The final mode of brokering that is presented across a number of our chapters is the ‘embedded gateway’ (Green and Milner, this collection). Green argues that universities in particular have historically underinvested in specialist knowledge brokers or given them low status and insecure contracts and a lack of career pathways. This certainly sounds a familiar story to those of us who have been trying to nurture these capacities in research-based organisations over the past few years. However, dedicated demand-driven brokerage services do exist at both the institutional and programmatic level. This includes knowledge services such as the Governance and Social Development Resource Centre and other help-desk and learning programmes designed to support development agencies’ use of evidence. Institutional-level knowledge brokerage is also explored by Mijumbi-Deve, whose primary concern is a chronic underinvestment in knowledge translation services in low- or middle-income countries. However, even these institutional-level knowledge services have a strong social element. The analysis of REACH PI clearly identifies the value of non-technical services such as building trust between key stakeholders, supporting evidence-use behaviours and building relationships that allow for the commitment to evidence-based policy to steadily grow. This is collective capacity to build and maintain social networks that support institutional-level commitments to evidence use.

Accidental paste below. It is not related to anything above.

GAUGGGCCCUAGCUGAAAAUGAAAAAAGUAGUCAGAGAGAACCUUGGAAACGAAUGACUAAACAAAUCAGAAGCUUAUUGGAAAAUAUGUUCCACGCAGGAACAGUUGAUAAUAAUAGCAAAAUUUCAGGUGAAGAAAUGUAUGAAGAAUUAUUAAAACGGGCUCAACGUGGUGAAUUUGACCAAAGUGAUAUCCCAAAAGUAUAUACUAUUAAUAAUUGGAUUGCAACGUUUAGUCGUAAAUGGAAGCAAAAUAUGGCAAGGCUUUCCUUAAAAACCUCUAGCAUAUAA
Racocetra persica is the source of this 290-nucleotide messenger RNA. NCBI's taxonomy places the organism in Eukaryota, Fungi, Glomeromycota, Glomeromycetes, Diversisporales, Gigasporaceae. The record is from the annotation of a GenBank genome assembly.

If there is one key message that you take away from this collection we hope it will be that research to policy processes are largely social. Technical capacities matter, of course, but not nearly as much as the social factors. The case for the primary importance of networks and partnerships and critical bodies of knowledge has been made many times (Georgalakis 2016). The concept of researchers as social actors is also well established, especially in the field of research communications (Benequista and Wheeler 2012) and more broadly (Nutley, Walter and Davies 2009). Furthermore, while individual research projects may sometimes, in the longer term and in indirect ways, impact on the lives of people in low- and middle-income countries, most medium- to long-term impacts arise from long-term bodies of knowledge mobilised by research-to-policy collaborations such as in the case of the award-winning Ebola Response Anthropology Platform. The case studies and personal perspectives in this collection provide a window into the research-to-policy nexus, which suggests that the impact of evidence on development policy and practice is a social and interactive process built on personal relationships and social networks. The mobilisation of research-based knowledge hinges on multifaceted blends of individual and organisational capacity to engage, key individual relationships, group dynamics, culture, politics and social norms.